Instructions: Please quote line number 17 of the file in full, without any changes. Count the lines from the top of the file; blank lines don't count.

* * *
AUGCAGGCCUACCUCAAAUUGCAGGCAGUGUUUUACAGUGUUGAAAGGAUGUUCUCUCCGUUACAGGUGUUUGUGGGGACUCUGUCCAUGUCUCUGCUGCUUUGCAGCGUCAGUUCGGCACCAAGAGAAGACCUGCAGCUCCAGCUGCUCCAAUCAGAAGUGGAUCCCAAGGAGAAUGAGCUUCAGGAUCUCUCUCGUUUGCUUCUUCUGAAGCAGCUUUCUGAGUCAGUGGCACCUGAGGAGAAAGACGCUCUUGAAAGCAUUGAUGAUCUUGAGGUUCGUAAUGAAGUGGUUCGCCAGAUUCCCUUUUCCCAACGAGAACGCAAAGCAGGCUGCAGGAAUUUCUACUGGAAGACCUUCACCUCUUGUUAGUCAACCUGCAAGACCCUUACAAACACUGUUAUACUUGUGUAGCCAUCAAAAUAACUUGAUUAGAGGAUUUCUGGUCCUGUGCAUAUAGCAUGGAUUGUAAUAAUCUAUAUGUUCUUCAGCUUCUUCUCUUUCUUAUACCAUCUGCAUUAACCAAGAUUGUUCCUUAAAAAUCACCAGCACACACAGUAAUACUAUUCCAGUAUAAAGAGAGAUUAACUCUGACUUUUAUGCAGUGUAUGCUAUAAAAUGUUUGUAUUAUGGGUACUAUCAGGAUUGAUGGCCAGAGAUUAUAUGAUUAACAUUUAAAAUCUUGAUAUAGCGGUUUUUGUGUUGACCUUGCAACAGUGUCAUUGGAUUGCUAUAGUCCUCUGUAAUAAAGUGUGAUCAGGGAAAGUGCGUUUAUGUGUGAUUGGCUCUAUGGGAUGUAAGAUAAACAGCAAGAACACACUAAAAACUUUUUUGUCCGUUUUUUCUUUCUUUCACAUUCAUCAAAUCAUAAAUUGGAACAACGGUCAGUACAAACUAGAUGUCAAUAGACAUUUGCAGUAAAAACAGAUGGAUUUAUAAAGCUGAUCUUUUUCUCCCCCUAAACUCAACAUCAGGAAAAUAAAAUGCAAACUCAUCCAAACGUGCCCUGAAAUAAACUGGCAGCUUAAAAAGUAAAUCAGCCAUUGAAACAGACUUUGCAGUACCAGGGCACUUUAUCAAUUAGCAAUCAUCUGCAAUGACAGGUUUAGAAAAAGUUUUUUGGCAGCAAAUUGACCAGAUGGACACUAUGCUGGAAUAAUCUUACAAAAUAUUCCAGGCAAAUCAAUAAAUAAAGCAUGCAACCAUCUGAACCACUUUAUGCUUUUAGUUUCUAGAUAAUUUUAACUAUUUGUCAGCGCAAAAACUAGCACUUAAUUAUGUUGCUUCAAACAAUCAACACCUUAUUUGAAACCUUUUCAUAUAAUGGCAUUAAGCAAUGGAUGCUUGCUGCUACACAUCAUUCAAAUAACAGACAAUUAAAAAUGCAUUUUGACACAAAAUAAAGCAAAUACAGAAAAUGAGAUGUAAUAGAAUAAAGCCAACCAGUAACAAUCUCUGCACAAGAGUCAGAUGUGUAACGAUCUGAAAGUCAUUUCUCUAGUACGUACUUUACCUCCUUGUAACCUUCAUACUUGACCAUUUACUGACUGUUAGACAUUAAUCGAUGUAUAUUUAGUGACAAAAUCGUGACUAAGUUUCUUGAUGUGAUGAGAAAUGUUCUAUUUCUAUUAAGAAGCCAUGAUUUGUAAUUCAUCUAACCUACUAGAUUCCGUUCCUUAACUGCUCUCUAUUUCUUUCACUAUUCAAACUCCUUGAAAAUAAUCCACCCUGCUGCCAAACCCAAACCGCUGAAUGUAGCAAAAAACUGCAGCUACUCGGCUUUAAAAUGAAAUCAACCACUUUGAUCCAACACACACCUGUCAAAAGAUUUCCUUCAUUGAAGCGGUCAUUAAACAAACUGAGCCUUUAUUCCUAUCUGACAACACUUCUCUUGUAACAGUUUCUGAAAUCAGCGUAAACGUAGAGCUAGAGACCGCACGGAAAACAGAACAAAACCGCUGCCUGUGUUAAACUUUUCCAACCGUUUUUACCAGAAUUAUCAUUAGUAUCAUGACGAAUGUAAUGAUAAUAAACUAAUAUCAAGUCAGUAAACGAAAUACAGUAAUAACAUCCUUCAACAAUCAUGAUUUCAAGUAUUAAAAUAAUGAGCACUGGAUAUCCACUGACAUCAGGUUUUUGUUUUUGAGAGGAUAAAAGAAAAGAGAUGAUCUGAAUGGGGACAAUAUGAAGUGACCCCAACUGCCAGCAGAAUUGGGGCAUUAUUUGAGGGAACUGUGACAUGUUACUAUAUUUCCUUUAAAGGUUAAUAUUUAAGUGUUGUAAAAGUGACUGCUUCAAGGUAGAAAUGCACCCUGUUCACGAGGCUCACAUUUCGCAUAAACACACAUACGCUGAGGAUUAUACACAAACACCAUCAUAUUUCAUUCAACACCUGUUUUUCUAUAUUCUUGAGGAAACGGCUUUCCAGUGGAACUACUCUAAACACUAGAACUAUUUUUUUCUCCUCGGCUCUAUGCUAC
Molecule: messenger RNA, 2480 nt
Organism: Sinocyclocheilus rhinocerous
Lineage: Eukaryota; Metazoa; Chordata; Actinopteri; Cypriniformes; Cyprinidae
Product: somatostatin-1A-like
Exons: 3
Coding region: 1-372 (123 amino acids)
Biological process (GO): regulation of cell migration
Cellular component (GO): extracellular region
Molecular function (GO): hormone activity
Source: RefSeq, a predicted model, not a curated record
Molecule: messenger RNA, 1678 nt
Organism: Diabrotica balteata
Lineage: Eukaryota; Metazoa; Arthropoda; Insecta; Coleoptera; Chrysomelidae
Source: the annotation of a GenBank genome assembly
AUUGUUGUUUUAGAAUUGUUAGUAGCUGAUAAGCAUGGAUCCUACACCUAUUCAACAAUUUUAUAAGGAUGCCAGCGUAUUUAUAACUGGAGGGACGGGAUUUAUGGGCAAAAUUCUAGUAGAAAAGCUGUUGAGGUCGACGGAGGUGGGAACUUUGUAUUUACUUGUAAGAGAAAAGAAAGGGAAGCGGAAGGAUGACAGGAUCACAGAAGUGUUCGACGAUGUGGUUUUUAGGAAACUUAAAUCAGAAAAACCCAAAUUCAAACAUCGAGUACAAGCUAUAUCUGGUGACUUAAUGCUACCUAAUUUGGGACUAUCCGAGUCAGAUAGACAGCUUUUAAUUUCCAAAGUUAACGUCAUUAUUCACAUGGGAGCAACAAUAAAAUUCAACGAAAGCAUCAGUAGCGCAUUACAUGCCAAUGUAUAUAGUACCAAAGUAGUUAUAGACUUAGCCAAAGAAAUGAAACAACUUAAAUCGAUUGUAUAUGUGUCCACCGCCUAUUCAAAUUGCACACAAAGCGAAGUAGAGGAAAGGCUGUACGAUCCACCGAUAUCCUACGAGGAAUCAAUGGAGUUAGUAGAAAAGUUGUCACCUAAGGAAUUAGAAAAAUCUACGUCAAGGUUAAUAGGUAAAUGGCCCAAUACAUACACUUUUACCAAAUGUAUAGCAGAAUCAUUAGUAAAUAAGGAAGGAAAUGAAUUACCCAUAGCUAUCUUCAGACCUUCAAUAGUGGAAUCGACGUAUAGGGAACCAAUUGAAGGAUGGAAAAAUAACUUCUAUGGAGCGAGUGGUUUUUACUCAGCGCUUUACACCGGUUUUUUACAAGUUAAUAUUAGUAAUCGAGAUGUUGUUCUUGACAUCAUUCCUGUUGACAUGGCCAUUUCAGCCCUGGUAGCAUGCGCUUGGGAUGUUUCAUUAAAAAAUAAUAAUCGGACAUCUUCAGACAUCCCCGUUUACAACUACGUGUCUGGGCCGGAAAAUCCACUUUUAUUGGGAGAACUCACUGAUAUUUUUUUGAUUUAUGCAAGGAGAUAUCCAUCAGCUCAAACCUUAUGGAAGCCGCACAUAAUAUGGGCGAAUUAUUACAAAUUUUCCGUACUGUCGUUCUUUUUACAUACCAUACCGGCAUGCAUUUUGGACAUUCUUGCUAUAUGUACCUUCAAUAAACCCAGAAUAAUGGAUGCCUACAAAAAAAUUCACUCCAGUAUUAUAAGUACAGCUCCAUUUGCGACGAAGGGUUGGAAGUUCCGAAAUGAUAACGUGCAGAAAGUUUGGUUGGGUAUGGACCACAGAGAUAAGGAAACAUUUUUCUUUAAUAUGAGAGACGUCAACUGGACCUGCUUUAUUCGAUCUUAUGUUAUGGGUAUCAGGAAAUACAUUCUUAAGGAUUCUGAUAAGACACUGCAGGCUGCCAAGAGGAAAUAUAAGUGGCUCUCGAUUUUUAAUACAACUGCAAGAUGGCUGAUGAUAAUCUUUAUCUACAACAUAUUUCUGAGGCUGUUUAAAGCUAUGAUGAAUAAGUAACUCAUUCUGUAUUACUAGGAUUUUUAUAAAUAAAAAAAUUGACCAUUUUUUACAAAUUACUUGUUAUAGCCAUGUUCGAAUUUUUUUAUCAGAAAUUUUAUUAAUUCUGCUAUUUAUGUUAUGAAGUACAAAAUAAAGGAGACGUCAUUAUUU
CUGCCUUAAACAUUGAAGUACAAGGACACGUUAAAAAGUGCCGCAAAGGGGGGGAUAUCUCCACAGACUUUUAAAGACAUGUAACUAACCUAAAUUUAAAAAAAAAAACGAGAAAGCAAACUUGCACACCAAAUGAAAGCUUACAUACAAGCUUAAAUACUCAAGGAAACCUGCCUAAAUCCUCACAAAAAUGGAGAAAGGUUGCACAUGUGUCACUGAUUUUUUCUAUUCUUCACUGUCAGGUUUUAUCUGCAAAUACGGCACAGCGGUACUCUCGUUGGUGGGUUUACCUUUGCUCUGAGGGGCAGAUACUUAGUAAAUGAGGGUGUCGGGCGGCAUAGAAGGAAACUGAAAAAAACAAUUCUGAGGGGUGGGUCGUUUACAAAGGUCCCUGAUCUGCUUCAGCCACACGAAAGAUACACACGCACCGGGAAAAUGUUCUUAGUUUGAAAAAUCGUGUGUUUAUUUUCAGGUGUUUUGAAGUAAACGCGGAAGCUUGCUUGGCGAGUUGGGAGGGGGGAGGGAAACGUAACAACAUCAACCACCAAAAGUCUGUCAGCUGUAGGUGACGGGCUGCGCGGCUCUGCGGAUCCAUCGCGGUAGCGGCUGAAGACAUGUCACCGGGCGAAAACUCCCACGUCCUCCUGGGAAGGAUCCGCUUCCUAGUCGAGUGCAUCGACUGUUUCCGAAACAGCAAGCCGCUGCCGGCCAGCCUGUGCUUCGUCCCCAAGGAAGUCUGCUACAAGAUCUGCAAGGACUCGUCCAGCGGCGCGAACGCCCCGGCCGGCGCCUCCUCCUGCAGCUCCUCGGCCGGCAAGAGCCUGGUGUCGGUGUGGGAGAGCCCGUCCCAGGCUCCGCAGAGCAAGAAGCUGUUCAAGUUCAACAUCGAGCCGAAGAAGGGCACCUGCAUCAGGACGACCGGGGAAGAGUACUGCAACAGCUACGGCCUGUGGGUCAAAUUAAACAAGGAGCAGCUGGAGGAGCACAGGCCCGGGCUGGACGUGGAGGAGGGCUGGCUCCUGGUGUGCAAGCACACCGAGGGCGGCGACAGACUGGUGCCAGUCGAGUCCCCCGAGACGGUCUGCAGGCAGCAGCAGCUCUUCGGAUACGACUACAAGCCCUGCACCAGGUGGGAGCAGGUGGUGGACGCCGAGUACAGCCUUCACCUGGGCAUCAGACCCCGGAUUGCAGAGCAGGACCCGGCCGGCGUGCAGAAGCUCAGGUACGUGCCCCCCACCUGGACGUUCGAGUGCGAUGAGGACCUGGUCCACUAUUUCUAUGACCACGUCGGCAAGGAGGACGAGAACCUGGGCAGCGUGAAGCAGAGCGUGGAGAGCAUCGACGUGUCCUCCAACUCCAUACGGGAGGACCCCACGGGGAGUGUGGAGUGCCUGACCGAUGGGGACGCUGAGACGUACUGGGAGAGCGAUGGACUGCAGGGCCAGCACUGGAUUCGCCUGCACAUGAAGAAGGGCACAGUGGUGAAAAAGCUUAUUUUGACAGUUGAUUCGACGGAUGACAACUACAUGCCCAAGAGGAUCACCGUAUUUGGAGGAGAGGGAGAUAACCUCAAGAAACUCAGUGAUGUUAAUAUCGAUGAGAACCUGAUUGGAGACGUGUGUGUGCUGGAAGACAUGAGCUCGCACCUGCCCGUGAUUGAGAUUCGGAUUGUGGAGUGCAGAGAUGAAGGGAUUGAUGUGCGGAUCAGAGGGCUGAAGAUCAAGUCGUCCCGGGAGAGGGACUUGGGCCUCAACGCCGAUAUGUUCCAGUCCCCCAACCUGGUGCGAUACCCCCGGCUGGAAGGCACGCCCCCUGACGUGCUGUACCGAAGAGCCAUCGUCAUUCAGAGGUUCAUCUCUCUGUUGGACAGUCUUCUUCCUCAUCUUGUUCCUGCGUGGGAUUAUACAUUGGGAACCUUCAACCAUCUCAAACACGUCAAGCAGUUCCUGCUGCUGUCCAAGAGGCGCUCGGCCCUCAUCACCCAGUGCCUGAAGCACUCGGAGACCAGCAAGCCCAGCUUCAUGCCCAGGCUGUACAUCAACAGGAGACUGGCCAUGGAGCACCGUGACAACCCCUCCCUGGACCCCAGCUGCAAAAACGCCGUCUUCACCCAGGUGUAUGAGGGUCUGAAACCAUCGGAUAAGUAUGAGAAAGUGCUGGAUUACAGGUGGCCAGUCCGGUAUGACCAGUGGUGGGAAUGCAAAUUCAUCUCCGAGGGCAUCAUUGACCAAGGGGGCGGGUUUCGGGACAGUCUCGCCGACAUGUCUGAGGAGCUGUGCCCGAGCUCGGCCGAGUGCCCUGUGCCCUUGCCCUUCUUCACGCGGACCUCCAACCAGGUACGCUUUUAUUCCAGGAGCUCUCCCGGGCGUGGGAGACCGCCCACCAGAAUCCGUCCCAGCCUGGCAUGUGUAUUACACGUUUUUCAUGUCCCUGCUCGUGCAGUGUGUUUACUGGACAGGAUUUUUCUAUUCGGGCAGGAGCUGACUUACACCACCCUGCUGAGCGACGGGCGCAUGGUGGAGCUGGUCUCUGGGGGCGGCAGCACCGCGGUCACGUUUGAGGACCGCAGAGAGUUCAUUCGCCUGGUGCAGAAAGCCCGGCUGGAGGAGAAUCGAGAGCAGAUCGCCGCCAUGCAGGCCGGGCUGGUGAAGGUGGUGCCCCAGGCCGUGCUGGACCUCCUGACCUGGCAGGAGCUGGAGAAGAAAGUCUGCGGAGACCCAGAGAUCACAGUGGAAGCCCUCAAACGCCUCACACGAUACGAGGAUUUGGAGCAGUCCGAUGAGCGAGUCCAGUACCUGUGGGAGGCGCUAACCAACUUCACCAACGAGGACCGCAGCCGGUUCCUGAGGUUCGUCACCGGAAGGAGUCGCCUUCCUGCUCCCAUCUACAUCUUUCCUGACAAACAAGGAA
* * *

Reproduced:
CUGCCUUAAACAUUGAAGUACAAGGACACGUUAAAAAGUGCCGCAAAGGGGGGGAUAUCUCCACAGACUUUUAAAGACAUGUAACUAACCUAAAUUUAAAAAAAAAAACGAGAAAGCAAACUUGCACACCAAAUGAAAGCUUACAUACAAGCUUAAAUACUCAAGGAAACCUGCCUAAAUCCUCACAAAAAUGGAGAAAGGUUGCACAUGUGUCACUGAUUUUUUCUAUUCUUCACUGUCAGGUUUUAUCUGCAAAUACGGCACAGCGGUACUCUCGUUGGUGGGUUUACCUUUGCUCUGAGGGGCAGAUACUUAGUAAAUGAGGGUGUCGGGCGGCAUAGAAGGAAACUGAAAAAAACAAUUCUGAGGGGUGGGUCGUUUACAAAGGUCCCUGAUCUGCUUCAGCCACACGAAAGAUACACACGCACCGGGAAAAUGUUCUUAGUUUGAAAAAUCGUGUGUUUAUUUUCAGGUGUUUUGAAGUAAACGCGGAAGCUUGCUUGGCGAGUUGGGAGGGGGGAGGGAAACGUAACAACAUCAACCACCAAAAGUCUGUCAGCUGUAGGUGACGGGCUGCGCGGCUCUGCGGAUCCAUCGCGGUAGCGGCUGAAGACAUGUCACCGGGCGAAAACUCCCACGUCCUCCUGGGAAGGAUCCGCUUCCUAGUCGAGUGCAUCGACUGUUUCCGAAACAGCAAGCCGCUGCCGGCCAGCCUGUGCUUCGUCCCCAAGGAAGUCUGCUACAAGAUCUGCAAGGACUCGUCCAGCGGCGCGAACGCCCCGGCCGGCGCCUCCUCCUGCAGCUCCUCGGCCGGCAAGAGCCUGGUGUCGGUGUGGGAGAGCCCGUCCCAGGCUCCGCAGAGCAAGAAGCUGUUCAAGUUCAACAUCGAGCCGAAGAAGGGCACCUGCAUCAGGACGACCGGGGAAGAGUACUGCAACAGCUACGGCCUGUGGGUCAAAUUAAACAAGGAGCAGCUGGAGGAGCACAGGCCCGGGCUGGACGUGGAGGAGGGCUGGCUCCUGGUGUGCAAGCACACCGAGGGCGGCGACAGACUGGUGCCAGUCGAGUCCCCCGAGACGGUCUGCAGGCAGCAGCAGCUCUUCGGAUACGACUACAAGCCCUGCACCAGGUGGGAGCAGGUGGUGGACGCCGAGUACAGCCUUCACCUGGGCAUCAGACCCCGGAUUGCAGAGCAGGACCCGGCCGGCGUGCAGAAGCUCAGGUACGUGCCCCCCACCUGGACGUUCGAGUGCGAUGAGGACCUGGUCCACUAUUUCUAUGACCACGUCGGCAAGGAGGACGAGAACCUGGGCAGCGUGAAGCAGAGCGUGGAGAGCAUCGACGUGUCCUCCAACUCCAUACGGGAGGACCCCACGGGGAGUGUGGAGUGCCUGACCGAUGGGGACGCUGAGACGUACUGGGAGAGCGAUGGACUGCAGGGCCAGCACUGGAUUCGCCUGCACAUGAAGAAGGGCACAGUGGUGAAAAAGCUUAUUUUGACAGUUGAUUCGACGGAUGACAACUACAUGCCCAAGAGGAUCACCGUAUUUGGAGGAGAGGGAGAUAACCUCAAGAAACUCAGUGAUGUUAAUAUCGAUGAGAACCUGAUUGGAGACGUGUGUGUGCUGGAAGACAUGAGCUCGCACCUGCCCGUGAUUGAGAUUCGGAUUGUGGAGUGCAGAGAUGAAGGGAUUGAUGUGCGGAUCAGAGGGCUGAAGAUCAAGUCGUCCCGGGAGAGGGACUUGGGCCUCAACGCCGAUAUGUUCCAGUCCCCCAACCUGGUGCGAUACCCCCGGCUGGAAGGCACGCCCCCUGACGUGCUGUACCGAAGAGCCAUCGUCAUUCAGAGGUUCAUCUCUCUGUUGGACAGUCUUCUUCCUCAUCUUGUUCCUGCGUGGGAUUAUACAUUGGGAACCUUCAACCAUCUCAAACACGUCAAGCAGUUCCUGCUGCUGUCCAAGAGGCGCUCGGCCCUCAUCACCCAGUGCCUGAAGCACUCGGAGACCAGCAAGCCCAGCUUCAUGCCCAGGCUGUACAUCAACAGGAGACUGGCCAUGGAGCACCGUGACAACCCCUCCCUGGACCCCAGCUGCAAAAACGCCGUCUUCACCCAGGUGUAUGAGGGUCUGAAACCAUCGGAUAAGUAUGAGAAAGUGCUGGAUUACAGGUGGCCAGUCCGGUAUGACCAGUGGUGGGAAUGCAAAUUCAUCUCCGAGGGCAUCAUUGACCAAGGGGGCGGGUUUCGGGACAGUCUCGCCGACAUGUCUGAGGAGCUGUGCCCGAGCUCGGCCGAGUGCCCUGUGCCCUUGCCCUUCUUCACGCGGACCUCCAACCAGGUACGCUUUUAUUCCAGGAGCUCUCCCGGGCGUGGGAGACCGCCCACCAGAAUCCGUCCCAGCCUGGCAUGUGUAUUACACGUUUUUCAUGUCCCUGCUCGUGCAGUGUGUUUACUGGACAGGAUUUUUCUAUUCGGGCAGGAGCUGACUUACACCACCCUGCUGAGCGACGGGCGCAUGGUGGAGCUGGUCUCUGGGGGCGGCAGCACCGCGGUCACGUUUGAGGACCGCAGAGAGUUCAUUCGCCUGGUGCAGAAAGCCCGGCUGGAGGAGAAUCGAGAGCAGAUCGCCGCCAUGCAGGCCGGGCUGGUGAAGGUGGUGCCCCAGGCCGUGCUGGACCUCCUGACCUGGCAGGAGCUGGAGAAGAAAGUCUGCGGAGACCCAGAGAUCACAGUGGAAGCCCUCAAACGCCUCACACGAUACGAGGAUUUGGAGCAGUCCGAUGAGCGAGUCCAGUACCUGUGGGAGGCGCUAACCAACUUCACCAACGAGGACCGCAGCCGGUUCCUGAGGUUCGUCACCGGAAGGAGUCGCCUUCCUGCUCCCAUCUACAUCUUUCCUGACAAACAAGGAA